- Strong quake hits Japan, triggering tsunami
- Sniper heaven: Pentagon’s self-guided bullets leave enemies nowhere to hide
- Violent gang taking advantage of immigration crisis, using border as recruiting hub
- Medicaid enrollment continues to soar under Obamacare, administration says
- Michelle Obama to Latinos: ‘We cannot afford to wait on Congress’ for immigration
- White House urges GOP to act ‘urgently’ on $3.7 billion request for illegal immigrants
- Politicians, criminals using ‘right-to-be-forgotten’ law EU courts forced upon Google
- Combat fatigue: elite special forces troops are ‘fraying,’ Gen. Joseph Votel warns
- German foreign minister to meet Kerry to discuss spying claims
- Florida police spokesman tells citizens: ‘Get yourself some firearms’
Latest China'S Military Items
Chinese computer hackers, some linked to the military, engaged in an aggressive international campaign of electronic espionage through the Internet from 2003 through at least 2009, according to documents obtained by Inside the Ring.
China's military is developing electromagnetic pulse weapons that Beijing plans to use against U.S. aircraft carriers in any future conflict over Taiwan, according to an intelligence report made public on Thursday.
China's defense minister on Monday rebuffed an offer from Defense Secretary Robert M. Gates to hold strategic nuclear talks, saying military dialogue will be limited to counterpiracy, counterterrorism and peacekeeping cooperation.
China's military is deploying a new anti-ship ballistic missile that can sink U.S. aircraft carriers, a weapon that specialists say gives Beijing new power-projection capabilities that will affect U.S. support for its Pacific allies.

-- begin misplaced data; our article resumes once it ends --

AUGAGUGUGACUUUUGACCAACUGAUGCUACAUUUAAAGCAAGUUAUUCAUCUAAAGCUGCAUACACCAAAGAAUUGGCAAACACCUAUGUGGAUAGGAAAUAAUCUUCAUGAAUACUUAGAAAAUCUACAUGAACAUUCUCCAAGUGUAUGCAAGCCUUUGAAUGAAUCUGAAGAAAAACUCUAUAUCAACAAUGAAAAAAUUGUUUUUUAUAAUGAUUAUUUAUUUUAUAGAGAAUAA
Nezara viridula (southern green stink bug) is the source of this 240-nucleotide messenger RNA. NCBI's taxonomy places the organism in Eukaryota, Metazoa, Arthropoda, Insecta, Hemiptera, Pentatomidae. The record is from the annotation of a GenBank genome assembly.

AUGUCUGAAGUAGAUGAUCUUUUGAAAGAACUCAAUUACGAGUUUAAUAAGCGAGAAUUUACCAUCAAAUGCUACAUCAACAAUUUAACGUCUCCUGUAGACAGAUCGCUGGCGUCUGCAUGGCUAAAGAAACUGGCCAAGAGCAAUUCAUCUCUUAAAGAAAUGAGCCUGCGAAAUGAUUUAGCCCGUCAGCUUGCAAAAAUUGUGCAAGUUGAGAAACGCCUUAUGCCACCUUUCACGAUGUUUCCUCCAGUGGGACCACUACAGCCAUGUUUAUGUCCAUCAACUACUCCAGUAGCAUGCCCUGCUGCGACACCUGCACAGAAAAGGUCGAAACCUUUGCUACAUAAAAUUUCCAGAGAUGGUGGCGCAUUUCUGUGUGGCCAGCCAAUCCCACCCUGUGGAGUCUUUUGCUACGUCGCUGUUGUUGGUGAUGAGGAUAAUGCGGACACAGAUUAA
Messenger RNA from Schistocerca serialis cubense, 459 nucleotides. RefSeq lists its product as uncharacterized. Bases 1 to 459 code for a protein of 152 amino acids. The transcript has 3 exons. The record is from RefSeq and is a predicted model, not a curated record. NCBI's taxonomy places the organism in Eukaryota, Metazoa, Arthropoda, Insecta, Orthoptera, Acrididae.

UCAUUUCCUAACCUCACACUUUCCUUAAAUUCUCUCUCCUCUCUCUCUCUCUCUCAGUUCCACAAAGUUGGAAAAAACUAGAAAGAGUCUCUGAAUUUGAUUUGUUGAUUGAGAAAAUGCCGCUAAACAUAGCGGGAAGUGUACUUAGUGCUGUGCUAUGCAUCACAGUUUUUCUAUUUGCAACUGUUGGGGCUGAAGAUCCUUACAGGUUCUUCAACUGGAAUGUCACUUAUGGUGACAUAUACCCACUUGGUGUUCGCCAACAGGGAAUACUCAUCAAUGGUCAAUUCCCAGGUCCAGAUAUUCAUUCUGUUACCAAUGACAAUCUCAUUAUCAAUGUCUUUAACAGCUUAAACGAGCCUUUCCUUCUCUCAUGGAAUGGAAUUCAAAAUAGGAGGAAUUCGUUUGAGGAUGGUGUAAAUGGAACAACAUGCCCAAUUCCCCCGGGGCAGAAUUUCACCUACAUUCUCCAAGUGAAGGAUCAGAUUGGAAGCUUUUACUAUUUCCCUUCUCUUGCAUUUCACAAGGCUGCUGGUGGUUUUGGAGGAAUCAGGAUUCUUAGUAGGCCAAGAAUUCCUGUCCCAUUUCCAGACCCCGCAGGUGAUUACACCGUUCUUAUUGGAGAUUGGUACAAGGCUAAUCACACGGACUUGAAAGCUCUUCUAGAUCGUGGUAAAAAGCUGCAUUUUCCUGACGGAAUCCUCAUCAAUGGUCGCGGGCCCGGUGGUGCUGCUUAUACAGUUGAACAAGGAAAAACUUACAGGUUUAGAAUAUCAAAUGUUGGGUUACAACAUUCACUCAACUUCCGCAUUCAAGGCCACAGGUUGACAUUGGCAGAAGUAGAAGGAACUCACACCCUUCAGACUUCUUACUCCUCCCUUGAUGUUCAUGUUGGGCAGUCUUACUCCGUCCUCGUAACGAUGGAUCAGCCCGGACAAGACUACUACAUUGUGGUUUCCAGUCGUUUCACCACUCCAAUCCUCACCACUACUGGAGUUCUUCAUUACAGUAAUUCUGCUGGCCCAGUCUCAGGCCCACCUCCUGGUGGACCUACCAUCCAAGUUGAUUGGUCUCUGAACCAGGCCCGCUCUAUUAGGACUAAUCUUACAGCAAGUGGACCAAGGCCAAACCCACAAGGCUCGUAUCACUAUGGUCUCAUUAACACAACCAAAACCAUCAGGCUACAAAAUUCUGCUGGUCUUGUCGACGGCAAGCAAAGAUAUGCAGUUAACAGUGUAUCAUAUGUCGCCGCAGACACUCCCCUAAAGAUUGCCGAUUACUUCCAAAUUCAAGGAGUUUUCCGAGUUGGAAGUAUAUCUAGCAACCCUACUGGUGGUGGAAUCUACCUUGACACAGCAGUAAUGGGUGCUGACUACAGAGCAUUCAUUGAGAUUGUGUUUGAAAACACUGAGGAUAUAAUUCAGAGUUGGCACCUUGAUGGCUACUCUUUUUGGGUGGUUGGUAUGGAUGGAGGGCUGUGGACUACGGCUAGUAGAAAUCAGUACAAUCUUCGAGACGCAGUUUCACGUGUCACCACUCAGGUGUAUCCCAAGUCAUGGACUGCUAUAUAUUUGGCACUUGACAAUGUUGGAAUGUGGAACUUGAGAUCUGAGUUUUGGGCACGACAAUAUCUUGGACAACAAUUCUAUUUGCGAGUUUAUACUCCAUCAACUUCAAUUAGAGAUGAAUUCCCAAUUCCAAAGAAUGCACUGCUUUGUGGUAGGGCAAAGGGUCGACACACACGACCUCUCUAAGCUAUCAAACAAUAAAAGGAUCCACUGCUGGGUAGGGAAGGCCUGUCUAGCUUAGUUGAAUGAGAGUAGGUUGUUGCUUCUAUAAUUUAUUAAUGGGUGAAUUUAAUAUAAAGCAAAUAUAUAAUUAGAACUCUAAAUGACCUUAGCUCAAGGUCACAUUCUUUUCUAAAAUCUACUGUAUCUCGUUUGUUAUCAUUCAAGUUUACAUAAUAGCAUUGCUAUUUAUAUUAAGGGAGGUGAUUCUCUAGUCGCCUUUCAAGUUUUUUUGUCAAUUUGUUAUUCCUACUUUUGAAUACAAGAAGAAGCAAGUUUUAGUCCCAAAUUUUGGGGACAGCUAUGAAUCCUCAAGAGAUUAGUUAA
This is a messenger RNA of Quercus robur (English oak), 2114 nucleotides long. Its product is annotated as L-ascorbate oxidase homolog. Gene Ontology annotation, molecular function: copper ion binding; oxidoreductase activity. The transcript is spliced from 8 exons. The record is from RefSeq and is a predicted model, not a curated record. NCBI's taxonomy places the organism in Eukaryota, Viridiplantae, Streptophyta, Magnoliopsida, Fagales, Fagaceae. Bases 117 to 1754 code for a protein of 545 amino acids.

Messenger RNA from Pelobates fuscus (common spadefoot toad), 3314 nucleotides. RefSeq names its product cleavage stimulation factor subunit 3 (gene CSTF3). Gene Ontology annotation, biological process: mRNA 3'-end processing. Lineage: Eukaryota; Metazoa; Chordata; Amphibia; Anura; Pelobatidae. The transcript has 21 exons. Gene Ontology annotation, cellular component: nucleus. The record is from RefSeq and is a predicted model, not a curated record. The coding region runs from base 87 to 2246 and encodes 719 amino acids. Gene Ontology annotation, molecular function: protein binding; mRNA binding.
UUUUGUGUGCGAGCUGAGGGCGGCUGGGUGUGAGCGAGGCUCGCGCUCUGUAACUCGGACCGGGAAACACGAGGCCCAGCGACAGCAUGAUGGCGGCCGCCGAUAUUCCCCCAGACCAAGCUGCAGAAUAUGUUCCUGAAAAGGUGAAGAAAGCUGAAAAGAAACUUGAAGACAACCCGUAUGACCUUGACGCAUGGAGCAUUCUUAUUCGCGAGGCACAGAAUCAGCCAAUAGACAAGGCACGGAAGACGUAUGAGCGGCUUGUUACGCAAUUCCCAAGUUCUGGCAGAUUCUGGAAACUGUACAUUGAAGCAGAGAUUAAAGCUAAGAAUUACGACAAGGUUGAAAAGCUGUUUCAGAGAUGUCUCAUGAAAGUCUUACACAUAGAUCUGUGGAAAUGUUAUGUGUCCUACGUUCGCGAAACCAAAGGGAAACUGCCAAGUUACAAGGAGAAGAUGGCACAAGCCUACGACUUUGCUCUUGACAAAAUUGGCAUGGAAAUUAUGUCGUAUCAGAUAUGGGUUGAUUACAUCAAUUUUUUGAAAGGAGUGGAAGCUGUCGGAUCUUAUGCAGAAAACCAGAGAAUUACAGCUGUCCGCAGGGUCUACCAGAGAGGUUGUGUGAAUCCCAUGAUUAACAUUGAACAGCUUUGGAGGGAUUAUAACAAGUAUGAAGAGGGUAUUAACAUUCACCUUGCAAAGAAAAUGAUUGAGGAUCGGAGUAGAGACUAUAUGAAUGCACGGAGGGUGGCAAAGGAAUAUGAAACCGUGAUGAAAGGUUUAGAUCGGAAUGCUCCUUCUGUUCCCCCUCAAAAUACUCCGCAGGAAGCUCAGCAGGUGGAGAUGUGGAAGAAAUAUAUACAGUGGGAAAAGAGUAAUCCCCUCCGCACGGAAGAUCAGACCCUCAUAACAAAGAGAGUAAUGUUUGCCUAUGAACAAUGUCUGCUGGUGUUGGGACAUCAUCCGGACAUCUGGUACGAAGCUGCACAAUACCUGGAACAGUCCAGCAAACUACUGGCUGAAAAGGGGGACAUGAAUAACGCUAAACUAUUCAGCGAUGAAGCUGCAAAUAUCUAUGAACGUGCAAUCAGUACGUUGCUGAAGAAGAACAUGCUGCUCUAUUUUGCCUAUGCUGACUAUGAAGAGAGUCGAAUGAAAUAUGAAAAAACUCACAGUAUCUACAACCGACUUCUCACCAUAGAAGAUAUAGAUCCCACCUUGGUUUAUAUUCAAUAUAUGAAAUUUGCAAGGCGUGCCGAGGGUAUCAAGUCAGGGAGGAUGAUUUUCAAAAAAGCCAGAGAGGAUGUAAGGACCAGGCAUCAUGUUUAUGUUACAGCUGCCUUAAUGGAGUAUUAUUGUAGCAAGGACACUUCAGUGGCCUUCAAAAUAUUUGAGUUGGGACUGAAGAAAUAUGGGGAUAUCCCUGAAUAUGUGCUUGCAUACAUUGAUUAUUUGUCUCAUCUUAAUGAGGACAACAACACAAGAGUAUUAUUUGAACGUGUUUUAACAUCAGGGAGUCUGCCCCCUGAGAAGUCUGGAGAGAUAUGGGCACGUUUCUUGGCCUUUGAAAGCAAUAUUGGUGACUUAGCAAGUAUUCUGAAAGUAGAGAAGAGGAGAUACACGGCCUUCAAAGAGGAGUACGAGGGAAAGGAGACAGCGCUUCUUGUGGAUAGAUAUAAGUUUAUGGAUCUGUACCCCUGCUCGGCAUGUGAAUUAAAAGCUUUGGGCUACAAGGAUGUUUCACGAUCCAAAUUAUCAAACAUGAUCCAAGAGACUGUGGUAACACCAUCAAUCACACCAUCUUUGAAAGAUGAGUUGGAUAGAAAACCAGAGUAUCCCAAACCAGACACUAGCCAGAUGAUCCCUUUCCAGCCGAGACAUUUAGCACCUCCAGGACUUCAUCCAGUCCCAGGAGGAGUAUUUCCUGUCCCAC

China's military can destroy five out of six U.S. bases in Asia with waves of missile strikes as the result of its large-scale military buildup that threatens U.S. access and freedom of navigation in East Asia, according to a forthcoming congressional report.
China recently conducted a long-range missile flight test that remains shrouded in secrecy. A U.S. official confirmed that China's military fired a missile from the Taiyuan missile center, about 320 miles southwest of Beijing, to Korla, a city in western China some 1,800 miles away. The Sept. 25 test highlights what China military specialists say is the growing threat posed by Beijing's development of long- and short-range ballistic and cruise missiles, and its new missile defense interceptors.
China is aggressively building up military forces capable of striking U.S. forces in the western Pacific and elsewhere as part of what the Pentagon calls an array of high-tech "anti-access" missiles, submarines and warplanes in its latest annual report.
The Pentagon this week will release its long-delayed annual report to Congress on China's military with a new title that officials say reflects the Obama administration's conciliatory, "soft power" approach to world affairs.
Republican and Democratic senators alike are calling on the Pentagon to explain why it has failed to provide Congress with an annual report on China's military power that was needed for debate on the defense bills.